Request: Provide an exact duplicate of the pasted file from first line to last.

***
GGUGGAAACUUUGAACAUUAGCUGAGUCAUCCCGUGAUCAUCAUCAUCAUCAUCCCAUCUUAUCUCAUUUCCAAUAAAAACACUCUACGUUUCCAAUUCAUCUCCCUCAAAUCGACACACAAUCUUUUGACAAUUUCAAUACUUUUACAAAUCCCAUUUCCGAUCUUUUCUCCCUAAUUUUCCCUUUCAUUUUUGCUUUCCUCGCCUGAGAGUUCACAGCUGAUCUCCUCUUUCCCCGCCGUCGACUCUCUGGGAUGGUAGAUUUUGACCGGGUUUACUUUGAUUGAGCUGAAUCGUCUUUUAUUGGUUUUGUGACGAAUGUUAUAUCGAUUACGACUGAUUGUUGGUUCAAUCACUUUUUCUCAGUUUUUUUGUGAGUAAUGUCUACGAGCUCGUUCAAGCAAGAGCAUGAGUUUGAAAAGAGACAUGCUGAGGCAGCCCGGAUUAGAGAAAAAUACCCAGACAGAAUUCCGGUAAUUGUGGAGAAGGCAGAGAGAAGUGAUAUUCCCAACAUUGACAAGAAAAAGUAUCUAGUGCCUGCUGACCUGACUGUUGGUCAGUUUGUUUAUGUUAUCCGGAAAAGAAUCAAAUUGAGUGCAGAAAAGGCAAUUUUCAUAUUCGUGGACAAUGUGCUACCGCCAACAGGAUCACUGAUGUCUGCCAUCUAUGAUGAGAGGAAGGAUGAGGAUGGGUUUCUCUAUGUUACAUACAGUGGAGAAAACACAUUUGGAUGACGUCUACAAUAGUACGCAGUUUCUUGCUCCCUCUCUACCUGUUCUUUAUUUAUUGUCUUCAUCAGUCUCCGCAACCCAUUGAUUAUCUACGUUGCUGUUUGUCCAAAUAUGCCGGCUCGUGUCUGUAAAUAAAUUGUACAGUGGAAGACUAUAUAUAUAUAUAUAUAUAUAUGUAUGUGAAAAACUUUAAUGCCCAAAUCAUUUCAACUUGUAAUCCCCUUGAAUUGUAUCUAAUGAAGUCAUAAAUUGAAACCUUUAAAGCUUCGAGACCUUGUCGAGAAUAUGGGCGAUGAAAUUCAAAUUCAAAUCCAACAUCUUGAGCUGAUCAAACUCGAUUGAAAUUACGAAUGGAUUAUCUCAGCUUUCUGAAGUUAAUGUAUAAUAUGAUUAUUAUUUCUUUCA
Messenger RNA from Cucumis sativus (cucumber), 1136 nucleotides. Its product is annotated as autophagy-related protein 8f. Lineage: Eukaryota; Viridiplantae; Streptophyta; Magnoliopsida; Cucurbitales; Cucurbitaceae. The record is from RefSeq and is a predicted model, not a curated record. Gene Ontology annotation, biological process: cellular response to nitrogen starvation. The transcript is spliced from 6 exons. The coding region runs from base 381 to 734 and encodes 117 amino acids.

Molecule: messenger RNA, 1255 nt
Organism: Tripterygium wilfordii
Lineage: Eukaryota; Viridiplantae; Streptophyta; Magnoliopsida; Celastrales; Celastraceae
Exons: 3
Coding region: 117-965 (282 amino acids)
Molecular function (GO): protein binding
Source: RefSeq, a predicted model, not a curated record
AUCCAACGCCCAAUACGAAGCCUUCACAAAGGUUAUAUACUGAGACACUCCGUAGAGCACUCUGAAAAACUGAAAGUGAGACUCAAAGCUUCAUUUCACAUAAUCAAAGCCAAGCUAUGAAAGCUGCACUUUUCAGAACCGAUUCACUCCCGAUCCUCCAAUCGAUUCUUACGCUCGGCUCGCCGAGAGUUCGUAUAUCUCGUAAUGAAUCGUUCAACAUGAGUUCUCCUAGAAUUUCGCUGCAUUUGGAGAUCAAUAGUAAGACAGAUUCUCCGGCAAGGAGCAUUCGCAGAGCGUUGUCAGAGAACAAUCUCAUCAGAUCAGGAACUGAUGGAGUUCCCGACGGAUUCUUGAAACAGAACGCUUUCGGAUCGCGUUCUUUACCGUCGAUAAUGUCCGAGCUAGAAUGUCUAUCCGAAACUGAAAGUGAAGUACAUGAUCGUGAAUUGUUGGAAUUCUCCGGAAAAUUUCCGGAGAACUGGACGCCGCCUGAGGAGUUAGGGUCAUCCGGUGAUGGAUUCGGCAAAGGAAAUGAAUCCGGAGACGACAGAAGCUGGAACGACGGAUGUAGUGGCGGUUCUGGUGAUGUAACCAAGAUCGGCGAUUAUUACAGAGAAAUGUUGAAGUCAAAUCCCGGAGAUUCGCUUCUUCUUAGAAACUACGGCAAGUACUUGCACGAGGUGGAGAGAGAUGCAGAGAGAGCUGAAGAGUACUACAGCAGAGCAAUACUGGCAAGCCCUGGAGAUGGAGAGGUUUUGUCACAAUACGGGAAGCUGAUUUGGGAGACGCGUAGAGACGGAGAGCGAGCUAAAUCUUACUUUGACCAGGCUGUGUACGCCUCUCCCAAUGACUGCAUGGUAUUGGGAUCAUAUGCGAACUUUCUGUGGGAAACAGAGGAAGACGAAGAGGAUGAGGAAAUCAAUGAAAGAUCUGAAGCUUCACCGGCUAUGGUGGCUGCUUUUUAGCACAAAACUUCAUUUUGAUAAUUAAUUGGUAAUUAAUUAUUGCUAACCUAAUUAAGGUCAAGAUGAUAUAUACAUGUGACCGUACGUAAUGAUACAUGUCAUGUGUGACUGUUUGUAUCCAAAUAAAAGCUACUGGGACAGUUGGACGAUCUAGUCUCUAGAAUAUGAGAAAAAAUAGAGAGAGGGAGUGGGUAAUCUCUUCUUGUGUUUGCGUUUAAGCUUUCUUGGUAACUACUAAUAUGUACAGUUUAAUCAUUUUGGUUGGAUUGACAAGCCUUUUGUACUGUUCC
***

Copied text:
GGUGGAAACUUUGAACAUUAGCUGAGUCAUCCCGUGAUCAUCAUCAUCAUCAUCCCAUCUUAUCUCAUUUCCAAUAAAAACACUCUACGUUUCCAAUUCAUCUCCCUCAAAUCGACACACAAUCUUUUGACAAUUUCAAUACUUUUACAAAUCCCAUUUCCGAUCUUUUCUCCCUAAUUUUCCCUUUCAUUUUUGCUUUCCUCGCCUGAGAGUUCACAGCUGAUCUCCUCUUUCCCCGCCGUCGACUCUCUGGGAUGGUAGAUUUUGACCGGGUUUACUUUGAUUGAGCUGAAUCGUCUUUUAUUGGUUUUGUGACGAAUGUUAUAUCGAUUACGACUGAUUGUUGGUUCAAUCACUUUUUCUCAGUUUUUUUGUGAGUAAUGUCUACGAGCUCGUUCAAGCAAGAGCAUGAGUUUGAAAAGAGACAUGCUGAGGCAGCCCGGAUUAGAGAAAAAUACCCAGACAGAAUUCCGGUAAUUGUGGAGAAGGCAGAGAGAAGUGAUAUUCCCAACAUUGACAAGAAAAAGUAUCUAGUGCCUGCUGACCUGACUGUUGGUCAGUUUGUUUAUGUUAUCCGGAAAAGAAUCAAAUUGAGUGCAGAAAAGGCAAUUUUCAUAUUCGUGGACAAUGUGCUACCGCCAACAGGAUCACUGAUGUCUGCCAUCUAUGAUGAGAGGAAGGAUGAGGAUGGGUUUCUCUAUGUUACAUACAGUGGAGAAAACACAUUUGGAUGACGUCUACAAUAGUACGCAGUUUCUUGCUCCCUCUCUACCUGUUCUUUAUUUAUUGUCUUCAUCAGUCUCCGCAACCCAUUGAUUAUCUACGUUGCUGUUUGUCCAAAUAUGCCGGCUCGUGUCUGUAAAUAAAUUGUACAGUGGAAGACUAUAUAUAUAUAUAUAUAUAUAUGUAUGUGAAAAACUUUAAUGCCCAAAUCAUUUCAACUUGUAAUCCCCUUGAAUUGUAUCUAAUGAAGUCAUAAAUUGAAACCUUUAAAGCUUCGAGACCUUGUCGAGAAUAUGGGCGAUGAAAUUCAAAUUCAAAUCCAACAUCUUGAGCUGAUCAAACUCGAUUGAAAUUACGAAUGGAUUAUCUCAGCUUUCUGAAGUUAAUGUAUAAUAUGAUUAUUAUUUCUUUCA
Messenger RNA from Cucumis sativus (cucumber), 1136 nucleotides. Its product is annotated as autophagy-related protein 8f. Lineage: Eukaryota; Viridiplantae; Streptophyta; Magnoliopsida; Cucurbitales; Cucurbitaceae. The record is from RefSeq and is a predicted model, not a curated record. Gene Ontology annotation, biological process: cellular response to nitrogen starvation. The transcript is spliced from 6 exons. The coding region runs from base 381 to 734 and encodes 117 amino acids.

Molecule: messenger RNA, 1255 nt
Organism: Tripterygium wilfordii
Lineage: Eukaryota; Viridiplantae; Streptophyta; Magnoliopsida; Celastrales; Celastraceae
Exons: 3
Coding region: 117-965 (282 amino acids)
Molecular function (GO): protein binding
Source: RefSeq, a predicted model, not a curated record
AUCCAACGCCCAAUACGAAGCCUUCACAAAGGUUAUAUACUGAGACACUCCGUAGAGCACUCUGAAAAACUGAAAGUGAGACUCAAAGCUUCAUUUCACAUAAUCAAAGCCAAGCUAUGAAAGCUGCACUUUUCAGAACCGAUUCACUCCCGAUCCUCCAAUCGAUUCUUACGCUCGGCUCGCCGAGAGUUCGUAUAUCUCGUAAUGAAUCGUUCAACAUGAGUUCUCCUAGAAUUUCGCUGCAUUUGGAGAUCAAUAGUAAGACAGAUUCUCCGGCAAGGAGCAUUCGCAGAGCGUUGUCAGAGAACAAUCUCAUCAGAUCAGGAACUGAUGGAGUUCCCGACGGAUUCUUGAAACAGAACGCUUUCGGAUCGCGUUCUUUACCGUCGAUAAUGUCCGAGCUAGAAUGUCUAUCCGAAACUGAAAGUGAAGUACAUGAUCGUGAAUUGUUGGAAUUCUCCGGAAAAUUUCCGGAGAACUGGACGCCGCCUGAGGAGUUAGGGUCAUCCGGUGAUGGAUUCGGCAAAGGAAAUGAAUCCGGAGACGACAGAAGCUGGAACGACGGAUGUAGUGGCGGUUCUGGUGAUGUAACCAAGAUCGGCGAUUAUUACAGAGAAAUGUUGAAGUCAAAUCCCGGAGAUUCGCUUCUUCUUAGAAACUACGGCAAGUACUUGCACGAGGUGGAGAGAGAUGCAGAGAGAGCUGAAGAGUACUACAGCAGAGCAAUACUGGCAAGCCCUGGAGAUGGAGAGGUUUUGUCACAAUACGGGAAGCUGAUUUGGGAGACGCGUAGAGACGGAGAGCGAGCUAAAUCUUACUUUGACCAGGCUGUGUACGCCUCUCCCAAUGACUGCAUGGUAUUGGGAUCAUAUGCGAACUUUCUGUGGGAAACAGAGGAAGACGAAGAGGAUGAGGAAAUCAAUGAAAGAUCUGAAGCUUCACCGGCUAUGGUGGCUGCUUUUUAGCACAAAACUUCAUUUUGAUAAUUAAUUGGUAAUUAAUUAUUGCUAACCUAAUUAAGGUCAAGAUGAUAUAUACAUGUGACCGUACGUAAUGAUACAUGUCAUGUGUGACUGUUUGUAUCCAAAUAAAAGCUACUGGGACAGUUGGACGAUCUAGUCUCUAGAAUAUGAGAAAAAAUAGAGAGAGGGAGUGGGUAAUCUCUUCUUGUGUUUGCGUUUAAGCUUUCUUGGUAACUACUAAUAUGUACAGUUUAAUCAUUUUGGUUGGAUUGACAAGCCUUUUGUACUGUUCC